RV-0675: Achilles killing Thersites. Wilhelm Heinrich Roscher (Göttingen, 1845- Dresden, 1923), Ausfürliches Lexikon der griechisches und römisches Mythologie, 1884.
"Fool, who in sack of towns lays temples waste, and tombs, the sanctuaries of the dead! He, sowing desolation, reaps destruction." (Poseidon. Euripides, Daughters of Troy 90).
"Homer also testifies to this; for he has represented kings and potentates as those who are punished everlastingly in the nether world — Tantalus and Sisyphus and Tityus; but Thersites, or any other private person who was wicked, has been portrayed by none as incurable and therefore subjected to heavy punishment; no doubt because he had not a free hand, and therefore was in fact happier than those who had. For in fact, Callicles, it is among the powerful that we find the specially wicked men." (Socrates in Plato’s Gorgias 525d-526b)
This is the man universally known and remembered for carrying an ugly soul inside an ugly body. Thersites conspired against Oeneus 2, taking the kingdom of Calydon from
him and giving it to his father. However, he had
later to escape from Diomedes 2's revenge,
and came to Peloponnesus. Thersites was of
measureless speech and lame in one foot. And having
laughed at Achilles'
love for Penthesilia after her death, he brought Achilles' wrath upon
himself, and was killed by him.
Thersites helps to overthrow King Oeneus 2
After the death of Tydeus 2 during the war of the SEVEN AGAINST
THEBES, his old father Oeneus 2, now bereft of children, saw his throne in Calydon shaken. It was then that Thersites and his brothers (Onchestus 1, Prothous 1, Celeutor, Lycopeus, and Melanippus 9) deemed that the time had come to take power through sedition. So they deposed their uncle King Oeneus 2; but as such conspirators usually become afraid of their own deeds, they also imprisoned and tormented him, believing that cruelty would protect them.
Diomedes 2 expels
Having thus seized power, they put their own father Agrius 3 on Oeneus 2's throne. However, Tydeus 2's son Diomedes 2 appeared in Calydon accompanied by Alcmaeon 1, the future leader of the EPIGONI against Thebes, and assisted by him, seized back what belonged to his grandfather Oeneus 2. But as these fights for power usually cause bloodshed, also this time many were killed, particularly most of Thersites' brothers. Himself and his brother Onchestus 1, however, could escape to the Peloponnesus, while their father Agrius 3, having been expelled from the kingdom, committed suicide.
End of Oeneus 2
Diomedes 2 did not restore the power to Oeneus 2 because he was too old; so the king's son-in-law Andraemon 1 (for he was married to Gorge 2) became king, and Diomedes 2 took Oeneus 2 with him to Argos. But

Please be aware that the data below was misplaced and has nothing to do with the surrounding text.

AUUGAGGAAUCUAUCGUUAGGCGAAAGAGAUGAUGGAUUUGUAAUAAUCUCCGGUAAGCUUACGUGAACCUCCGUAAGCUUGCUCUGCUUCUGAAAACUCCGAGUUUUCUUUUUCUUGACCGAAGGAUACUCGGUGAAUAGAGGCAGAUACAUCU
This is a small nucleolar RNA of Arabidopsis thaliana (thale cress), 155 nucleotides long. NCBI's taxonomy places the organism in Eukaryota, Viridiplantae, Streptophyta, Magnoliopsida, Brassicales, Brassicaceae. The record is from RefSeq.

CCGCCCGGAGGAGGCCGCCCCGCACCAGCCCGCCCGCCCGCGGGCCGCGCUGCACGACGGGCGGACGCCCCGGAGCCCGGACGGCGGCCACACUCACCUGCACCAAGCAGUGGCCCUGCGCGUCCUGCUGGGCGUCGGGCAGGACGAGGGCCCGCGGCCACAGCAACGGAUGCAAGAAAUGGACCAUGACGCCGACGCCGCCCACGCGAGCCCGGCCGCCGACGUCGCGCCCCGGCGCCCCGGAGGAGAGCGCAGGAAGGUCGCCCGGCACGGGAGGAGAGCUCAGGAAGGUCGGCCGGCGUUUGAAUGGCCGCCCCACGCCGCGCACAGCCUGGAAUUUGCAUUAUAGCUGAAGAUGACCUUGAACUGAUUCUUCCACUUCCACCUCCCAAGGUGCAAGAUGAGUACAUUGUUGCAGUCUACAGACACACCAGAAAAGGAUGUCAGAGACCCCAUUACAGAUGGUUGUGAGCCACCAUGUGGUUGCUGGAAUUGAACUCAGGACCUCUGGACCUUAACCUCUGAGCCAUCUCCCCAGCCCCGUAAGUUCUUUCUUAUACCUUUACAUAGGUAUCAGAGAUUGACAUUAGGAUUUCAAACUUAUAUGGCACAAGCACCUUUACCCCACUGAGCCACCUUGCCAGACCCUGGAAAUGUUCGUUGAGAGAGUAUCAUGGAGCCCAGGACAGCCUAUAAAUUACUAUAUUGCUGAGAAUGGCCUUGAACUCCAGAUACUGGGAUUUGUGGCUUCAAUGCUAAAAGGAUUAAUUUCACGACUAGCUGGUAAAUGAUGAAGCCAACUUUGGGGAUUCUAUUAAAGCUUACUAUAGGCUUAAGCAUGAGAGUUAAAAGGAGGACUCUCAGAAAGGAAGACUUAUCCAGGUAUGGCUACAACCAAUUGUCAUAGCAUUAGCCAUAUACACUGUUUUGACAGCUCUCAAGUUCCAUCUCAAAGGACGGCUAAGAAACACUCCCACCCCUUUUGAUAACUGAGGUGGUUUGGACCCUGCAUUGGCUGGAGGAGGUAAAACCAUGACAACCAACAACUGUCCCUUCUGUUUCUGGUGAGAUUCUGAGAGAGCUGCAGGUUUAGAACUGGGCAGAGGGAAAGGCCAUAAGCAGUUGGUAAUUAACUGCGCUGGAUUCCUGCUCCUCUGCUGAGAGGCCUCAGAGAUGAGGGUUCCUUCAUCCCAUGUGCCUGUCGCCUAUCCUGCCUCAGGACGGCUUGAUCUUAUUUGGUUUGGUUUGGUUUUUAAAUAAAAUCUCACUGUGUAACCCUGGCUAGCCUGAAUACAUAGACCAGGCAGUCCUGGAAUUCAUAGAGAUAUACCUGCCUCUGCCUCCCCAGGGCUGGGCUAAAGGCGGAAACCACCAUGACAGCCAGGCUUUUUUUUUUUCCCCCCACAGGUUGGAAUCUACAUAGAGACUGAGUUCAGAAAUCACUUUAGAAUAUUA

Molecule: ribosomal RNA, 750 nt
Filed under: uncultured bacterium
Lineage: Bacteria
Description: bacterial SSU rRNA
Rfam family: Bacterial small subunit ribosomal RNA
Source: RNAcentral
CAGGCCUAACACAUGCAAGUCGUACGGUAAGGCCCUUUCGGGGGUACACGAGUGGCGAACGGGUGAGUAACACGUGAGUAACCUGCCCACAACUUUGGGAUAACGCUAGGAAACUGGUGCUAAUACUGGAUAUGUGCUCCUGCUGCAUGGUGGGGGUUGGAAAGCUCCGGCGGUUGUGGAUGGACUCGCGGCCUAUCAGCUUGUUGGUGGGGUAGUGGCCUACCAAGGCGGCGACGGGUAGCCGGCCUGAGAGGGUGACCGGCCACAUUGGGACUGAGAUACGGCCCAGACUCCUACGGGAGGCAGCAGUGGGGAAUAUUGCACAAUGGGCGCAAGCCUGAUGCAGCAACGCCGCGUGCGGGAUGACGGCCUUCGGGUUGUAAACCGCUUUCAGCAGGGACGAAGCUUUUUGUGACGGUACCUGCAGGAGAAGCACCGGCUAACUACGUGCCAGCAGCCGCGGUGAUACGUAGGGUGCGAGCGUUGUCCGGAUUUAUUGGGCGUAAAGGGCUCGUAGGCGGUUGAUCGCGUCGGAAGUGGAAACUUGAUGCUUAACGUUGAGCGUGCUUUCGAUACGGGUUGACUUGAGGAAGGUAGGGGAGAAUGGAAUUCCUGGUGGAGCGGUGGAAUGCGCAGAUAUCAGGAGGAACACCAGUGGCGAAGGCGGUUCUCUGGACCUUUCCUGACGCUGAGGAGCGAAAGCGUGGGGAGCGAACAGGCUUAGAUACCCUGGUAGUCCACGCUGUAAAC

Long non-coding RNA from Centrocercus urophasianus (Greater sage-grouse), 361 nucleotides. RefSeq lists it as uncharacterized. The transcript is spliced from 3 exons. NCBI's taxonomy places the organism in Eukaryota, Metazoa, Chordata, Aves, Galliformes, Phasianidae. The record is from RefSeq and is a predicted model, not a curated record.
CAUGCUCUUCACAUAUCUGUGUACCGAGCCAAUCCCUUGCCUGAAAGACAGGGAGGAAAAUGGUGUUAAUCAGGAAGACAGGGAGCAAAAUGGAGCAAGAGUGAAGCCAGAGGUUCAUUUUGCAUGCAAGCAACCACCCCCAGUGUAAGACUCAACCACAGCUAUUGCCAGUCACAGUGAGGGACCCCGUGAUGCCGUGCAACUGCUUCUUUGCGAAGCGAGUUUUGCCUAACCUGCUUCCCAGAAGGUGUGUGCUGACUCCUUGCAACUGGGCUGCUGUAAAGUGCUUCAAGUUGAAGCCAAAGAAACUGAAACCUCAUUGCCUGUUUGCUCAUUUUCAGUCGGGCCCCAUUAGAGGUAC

in Arcadia, as it is told, Onchestus 1 and Thersites lay in wait for the old man, and killed him. Diomedes 2 brought the
corpse to Argos and buried
him in Oenoe, called after the old king.
Thersites comes to Troy
These were Thersites' inglorious deeds in some
of the minor military adventures that took place
between the war of the SEVEN AGAINST
THEBES and that of the EPIGONI. Now, no one who is eager to go to a big war would need to be disappointed; for wars come one after the other, as ships to a busy harbor, or thoughts to the brain. And Thersites, who being engaged in his conspiracies, missed two big wars, came, for one or another reason, to the third and biggest of all: the Trojan War.
Ugliest in the army
And they say that he was the ugliest man that
ever came to Troy, for he
was hunchbacked, had a lame foot, was bandy-legged,
and on his egg-shaped head there were but a few
short hairs. But then no other war has seen so many
handsome men assembled, some of which were even
sons of gods and goddesses.
Courage & Cowardice
Now, courage is a queer disposition of the soul
that allows, among other things, to endure such an
enormity. But many feel more brave before the war,
while they still feel safe at home, than during the
carnage when they may sleepless roll over in the
mud among pestilent corpses. And he who keeps his
courage under such conditions, despising both life
and death, is praised whereas those who don't, are
called cowards; for they forget why they came to
the war in the first place, and instead they just
care about staying alive and returning to their
comfortable lives back home, where there often
waits a beautiful woman.
Agamemnon tests his
Thersites, who as a pastime used to play dice
with Palamedes, the
same man whom the Achaeans accused of being a
traitor, is remembered among the cowards. For when
King Agamemnon tested
his troops by tempting them to return without
having taken Troy,
Thersites approved. Said the king:
"Our wives and
little children sit at home and wait for us.
Meanwhile the task we set ourselves when we came